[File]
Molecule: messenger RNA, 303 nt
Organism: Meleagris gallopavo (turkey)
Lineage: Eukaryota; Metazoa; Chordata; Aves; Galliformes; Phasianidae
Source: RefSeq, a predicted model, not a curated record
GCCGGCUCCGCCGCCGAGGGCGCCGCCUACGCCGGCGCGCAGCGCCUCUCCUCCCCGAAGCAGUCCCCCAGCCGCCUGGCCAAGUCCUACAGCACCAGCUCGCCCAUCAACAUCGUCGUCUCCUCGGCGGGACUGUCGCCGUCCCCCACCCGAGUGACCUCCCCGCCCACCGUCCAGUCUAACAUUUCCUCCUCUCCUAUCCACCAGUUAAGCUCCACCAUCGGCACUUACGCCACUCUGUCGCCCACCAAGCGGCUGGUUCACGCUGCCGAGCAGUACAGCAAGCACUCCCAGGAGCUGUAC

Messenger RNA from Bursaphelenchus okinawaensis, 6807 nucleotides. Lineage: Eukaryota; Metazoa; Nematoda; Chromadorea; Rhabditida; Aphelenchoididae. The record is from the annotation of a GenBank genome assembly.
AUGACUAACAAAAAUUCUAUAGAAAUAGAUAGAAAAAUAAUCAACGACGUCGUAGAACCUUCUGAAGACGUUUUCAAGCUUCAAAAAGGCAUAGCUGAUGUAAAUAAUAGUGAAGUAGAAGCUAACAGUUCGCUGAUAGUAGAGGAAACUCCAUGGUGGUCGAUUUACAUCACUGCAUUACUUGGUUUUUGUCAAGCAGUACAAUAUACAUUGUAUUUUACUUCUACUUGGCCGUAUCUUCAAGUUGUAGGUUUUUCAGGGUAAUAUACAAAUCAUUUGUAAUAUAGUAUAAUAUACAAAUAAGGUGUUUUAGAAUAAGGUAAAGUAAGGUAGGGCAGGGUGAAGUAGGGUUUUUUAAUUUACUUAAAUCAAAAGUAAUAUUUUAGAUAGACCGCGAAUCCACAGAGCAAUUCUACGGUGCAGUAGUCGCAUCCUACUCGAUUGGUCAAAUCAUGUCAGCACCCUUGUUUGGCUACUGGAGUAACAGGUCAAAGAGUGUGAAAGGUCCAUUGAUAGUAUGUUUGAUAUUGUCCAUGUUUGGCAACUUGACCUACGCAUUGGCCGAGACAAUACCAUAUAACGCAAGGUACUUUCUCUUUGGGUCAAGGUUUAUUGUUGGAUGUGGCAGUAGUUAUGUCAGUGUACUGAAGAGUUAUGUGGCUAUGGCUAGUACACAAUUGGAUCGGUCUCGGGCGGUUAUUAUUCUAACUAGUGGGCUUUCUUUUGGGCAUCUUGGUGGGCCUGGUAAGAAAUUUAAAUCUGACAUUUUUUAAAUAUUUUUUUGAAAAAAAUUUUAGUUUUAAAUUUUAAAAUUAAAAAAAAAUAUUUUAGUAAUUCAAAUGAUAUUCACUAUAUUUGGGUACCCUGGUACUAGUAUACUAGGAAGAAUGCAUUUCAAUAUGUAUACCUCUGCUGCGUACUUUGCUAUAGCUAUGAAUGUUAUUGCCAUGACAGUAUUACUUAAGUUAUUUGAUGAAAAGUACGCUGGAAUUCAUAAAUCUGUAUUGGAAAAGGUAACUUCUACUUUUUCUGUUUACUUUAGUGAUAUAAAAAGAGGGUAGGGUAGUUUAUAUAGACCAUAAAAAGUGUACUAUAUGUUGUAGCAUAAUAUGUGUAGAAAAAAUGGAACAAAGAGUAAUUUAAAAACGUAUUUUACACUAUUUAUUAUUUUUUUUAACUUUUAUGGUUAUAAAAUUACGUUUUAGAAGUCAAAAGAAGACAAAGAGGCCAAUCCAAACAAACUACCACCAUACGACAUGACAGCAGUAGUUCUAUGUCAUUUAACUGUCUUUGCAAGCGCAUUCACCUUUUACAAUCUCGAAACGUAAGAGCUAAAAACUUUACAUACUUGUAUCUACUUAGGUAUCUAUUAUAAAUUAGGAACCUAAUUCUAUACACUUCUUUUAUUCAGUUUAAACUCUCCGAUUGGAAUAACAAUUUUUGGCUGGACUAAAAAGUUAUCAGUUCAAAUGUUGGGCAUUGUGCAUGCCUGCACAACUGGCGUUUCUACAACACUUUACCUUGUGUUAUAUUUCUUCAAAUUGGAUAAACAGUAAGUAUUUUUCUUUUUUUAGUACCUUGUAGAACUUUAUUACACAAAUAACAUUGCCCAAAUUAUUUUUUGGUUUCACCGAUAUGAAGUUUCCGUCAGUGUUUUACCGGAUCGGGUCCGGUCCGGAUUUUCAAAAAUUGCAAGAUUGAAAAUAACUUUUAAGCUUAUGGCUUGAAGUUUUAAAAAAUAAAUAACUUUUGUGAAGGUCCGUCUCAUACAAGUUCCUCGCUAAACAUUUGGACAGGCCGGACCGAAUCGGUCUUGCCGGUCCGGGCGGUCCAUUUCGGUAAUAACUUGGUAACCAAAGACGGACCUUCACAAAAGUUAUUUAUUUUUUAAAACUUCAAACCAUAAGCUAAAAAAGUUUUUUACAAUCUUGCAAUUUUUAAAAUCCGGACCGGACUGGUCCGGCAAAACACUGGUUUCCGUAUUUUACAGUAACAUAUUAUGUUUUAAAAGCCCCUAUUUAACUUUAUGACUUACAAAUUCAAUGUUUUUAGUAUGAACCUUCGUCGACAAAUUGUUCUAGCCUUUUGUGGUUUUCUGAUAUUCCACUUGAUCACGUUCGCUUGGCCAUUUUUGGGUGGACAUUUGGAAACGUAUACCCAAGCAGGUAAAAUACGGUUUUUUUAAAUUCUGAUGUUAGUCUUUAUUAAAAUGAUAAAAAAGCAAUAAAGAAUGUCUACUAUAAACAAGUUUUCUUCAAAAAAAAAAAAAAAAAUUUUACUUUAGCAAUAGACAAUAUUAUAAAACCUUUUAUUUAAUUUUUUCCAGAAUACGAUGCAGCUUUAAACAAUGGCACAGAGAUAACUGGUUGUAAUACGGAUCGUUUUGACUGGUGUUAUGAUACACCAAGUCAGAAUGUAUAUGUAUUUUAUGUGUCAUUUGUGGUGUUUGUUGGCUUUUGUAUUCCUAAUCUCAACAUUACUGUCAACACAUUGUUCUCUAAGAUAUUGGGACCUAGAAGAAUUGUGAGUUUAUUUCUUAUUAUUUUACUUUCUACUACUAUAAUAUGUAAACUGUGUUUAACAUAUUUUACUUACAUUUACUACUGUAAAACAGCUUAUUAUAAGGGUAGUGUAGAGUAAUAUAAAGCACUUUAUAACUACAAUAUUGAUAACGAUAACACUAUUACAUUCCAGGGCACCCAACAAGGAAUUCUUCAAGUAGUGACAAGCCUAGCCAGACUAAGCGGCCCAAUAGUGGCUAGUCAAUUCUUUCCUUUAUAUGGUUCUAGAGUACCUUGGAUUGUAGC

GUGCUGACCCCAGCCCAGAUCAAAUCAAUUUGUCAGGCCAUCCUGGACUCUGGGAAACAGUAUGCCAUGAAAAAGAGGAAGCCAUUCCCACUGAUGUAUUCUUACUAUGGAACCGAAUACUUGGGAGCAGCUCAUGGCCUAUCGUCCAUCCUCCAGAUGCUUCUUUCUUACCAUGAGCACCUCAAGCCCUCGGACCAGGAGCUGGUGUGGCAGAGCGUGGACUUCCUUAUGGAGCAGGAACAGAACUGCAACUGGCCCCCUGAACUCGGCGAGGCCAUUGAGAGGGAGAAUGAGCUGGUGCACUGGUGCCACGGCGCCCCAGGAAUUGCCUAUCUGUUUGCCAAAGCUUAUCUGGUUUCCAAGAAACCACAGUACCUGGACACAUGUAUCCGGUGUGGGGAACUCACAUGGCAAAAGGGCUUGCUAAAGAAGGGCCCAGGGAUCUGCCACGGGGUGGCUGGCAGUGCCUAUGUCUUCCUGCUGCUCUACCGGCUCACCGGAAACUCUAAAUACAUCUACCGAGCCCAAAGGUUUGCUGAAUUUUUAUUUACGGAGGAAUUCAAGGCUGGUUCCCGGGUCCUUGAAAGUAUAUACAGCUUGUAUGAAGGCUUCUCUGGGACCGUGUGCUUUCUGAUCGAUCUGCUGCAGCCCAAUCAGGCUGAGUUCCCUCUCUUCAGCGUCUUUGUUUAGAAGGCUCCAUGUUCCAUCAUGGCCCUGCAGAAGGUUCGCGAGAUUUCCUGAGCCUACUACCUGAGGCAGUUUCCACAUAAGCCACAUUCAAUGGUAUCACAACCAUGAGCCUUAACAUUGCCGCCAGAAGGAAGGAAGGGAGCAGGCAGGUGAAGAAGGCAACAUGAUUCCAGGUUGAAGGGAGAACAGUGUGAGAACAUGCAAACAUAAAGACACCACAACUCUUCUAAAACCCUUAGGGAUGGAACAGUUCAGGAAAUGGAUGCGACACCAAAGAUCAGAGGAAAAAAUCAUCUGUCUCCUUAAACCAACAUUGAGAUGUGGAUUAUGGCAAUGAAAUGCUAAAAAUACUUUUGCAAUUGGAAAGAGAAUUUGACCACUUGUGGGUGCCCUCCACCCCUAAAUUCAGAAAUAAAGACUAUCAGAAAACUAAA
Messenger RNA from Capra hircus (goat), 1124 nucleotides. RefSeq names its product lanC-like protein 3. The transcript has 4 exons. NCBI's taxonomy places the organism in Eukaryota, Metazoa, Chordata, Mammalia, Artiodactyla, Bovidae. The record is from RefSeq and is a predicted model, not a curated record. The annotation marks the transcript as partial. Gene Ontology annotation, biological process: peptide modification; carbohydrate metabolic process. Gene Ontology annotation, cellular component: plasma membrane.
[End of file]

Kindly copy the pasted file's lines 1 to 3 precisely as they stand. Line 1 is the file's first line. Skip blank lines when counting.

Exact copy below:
Molecule: messenger RNA, 303 nt
Organism: Meleagris gallopavo (turkey)
Lineage: Eukaryota; Metazoa; Chordata; Aves; Galliformes; Phasianidae